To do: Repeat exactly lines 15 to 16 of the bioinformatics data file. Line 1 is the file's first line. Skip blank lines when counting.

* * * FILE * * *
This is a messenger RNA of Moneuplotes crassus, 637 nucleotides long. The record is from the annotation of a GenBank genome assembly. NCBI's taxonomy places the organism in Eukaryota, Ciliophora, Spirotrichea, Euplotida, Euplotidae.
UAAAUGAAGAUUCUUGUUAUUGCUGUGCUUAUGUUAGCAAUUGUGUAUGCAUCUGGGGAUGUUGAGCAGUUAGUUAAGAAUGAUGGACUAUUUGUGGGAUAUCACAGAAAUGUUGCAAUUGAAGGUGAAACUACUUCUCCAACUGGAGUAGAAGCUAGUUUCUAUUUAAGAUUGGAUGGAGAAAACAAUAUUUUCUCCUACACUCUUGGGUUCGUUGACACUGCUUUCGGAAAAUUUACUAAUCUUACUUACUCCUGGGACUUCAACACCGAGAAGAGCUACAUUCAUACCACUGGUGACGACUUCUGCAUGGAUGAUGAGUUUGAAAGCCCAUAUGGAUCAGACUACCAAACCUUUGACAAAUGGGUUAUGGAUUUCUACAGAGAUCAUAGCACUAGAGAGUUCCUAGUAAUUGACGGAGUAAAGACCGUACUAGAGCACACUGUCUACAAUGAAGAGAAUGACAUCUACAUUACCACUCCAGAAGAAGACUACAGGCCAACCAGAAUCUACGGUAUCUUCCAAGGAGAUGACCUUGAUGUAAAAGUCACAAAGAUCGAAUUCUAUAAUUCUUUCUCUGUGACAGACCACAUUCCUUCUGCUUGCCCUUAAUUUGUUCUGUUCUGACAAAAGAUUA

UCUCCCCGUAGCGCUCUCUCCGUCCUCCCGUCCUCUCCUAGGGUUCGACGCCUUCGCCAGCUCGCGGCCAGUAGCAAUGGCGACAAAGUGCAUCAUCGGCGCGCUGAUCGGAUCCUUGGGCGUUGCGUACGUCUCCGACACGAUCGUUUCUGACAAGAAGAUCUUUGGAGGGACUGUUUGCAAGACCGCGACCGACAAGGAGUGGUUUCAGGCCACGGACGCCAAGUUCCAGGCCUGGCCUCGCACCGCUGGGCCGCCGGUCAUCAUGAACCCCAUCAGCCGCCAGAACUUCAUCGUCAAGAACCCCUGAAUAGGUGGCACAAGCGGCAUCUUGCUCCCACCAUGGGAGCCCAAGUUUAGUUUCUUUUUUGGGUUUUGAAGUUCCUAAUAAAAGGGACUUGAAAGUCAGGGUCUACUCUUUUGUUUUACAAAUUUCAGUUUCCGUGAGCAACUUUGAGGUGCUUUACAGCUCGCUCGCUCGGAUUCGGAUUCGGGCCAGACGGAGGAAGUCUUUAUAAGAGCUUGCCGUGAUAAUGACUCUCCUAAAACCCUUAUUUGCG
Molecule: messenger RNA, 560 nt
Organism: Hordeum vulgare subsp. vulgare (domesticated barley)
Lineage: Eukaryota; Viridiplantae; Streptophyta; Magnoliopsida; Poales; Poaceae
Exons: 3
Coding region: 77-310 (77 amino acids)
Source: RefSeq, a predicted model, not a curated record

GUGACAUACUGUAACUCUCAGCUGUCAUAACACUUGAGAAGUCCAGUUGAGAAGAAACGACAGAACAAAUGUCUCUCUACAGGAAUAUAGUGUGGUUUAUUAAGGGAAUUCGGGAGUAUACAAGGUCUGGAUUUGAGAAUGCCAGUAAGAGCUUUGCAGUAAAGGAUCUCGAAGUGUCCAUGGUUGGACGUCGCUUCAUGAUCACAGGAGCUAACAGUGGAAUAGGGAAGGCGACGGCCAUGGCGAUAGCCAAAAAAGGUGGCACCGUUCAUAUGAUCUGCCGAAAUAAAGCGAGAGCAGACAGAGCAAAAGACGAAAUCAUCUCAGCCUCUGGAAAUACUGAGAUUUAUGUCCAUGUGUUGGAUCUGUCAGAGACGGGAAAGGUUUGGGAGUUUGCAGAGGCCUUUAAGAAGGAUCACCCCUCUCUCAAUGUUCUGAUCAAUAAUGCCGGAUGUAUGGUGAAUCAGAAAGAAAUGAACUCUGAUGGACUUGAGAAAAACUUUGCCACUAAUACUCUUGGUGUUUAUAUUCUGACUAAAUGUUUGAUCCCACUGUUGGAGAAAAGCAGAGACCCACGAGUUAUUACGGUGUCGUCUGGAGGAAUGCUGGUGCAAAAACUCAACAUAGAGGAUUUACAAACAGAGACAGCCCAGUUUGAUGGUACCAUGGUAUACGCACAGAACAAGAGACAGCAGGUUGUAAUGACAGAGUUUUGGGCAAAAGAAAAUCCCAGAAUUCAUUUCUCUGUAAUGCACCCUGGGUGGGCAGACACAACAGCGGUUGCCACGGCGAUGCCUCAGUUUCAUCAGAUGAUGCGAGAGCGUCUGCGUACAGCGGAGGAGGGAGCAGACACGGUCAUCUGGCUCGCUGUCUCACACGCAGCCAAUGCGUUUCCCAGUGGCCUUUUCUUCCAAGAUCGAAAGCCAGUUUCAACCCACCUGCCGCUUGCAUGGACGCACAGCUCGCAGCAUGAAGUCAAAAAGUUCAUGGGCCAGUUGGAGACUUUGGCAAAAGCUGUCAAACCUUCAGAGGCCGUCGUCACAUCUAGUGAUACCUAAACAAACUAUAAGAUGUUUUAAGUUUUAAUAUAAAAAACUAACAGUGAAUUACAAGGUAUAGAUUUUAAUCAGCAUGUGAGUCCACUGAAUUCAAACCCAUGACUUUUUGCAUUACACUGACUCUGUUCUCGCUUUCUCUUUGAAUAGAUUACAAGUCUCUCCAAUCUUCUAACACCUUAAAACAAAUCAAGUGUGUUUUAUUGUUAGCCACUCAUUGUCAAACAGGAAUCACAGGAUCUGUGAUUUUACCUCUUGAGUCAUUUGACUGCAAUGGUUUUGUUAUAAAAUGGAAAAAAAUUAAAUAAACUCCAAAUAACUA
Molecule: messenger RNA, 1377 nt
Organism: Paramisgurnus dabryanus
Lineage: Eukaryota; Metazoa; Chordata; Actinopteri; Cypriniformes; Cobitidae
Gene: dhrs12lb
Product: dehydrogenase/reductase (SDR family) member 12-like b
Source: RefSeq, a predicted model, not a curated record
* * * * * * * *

Product: dehydrogenase/reductase (SDR family) member 12-like b
Source: RefSeq, a predicted model, not a curated record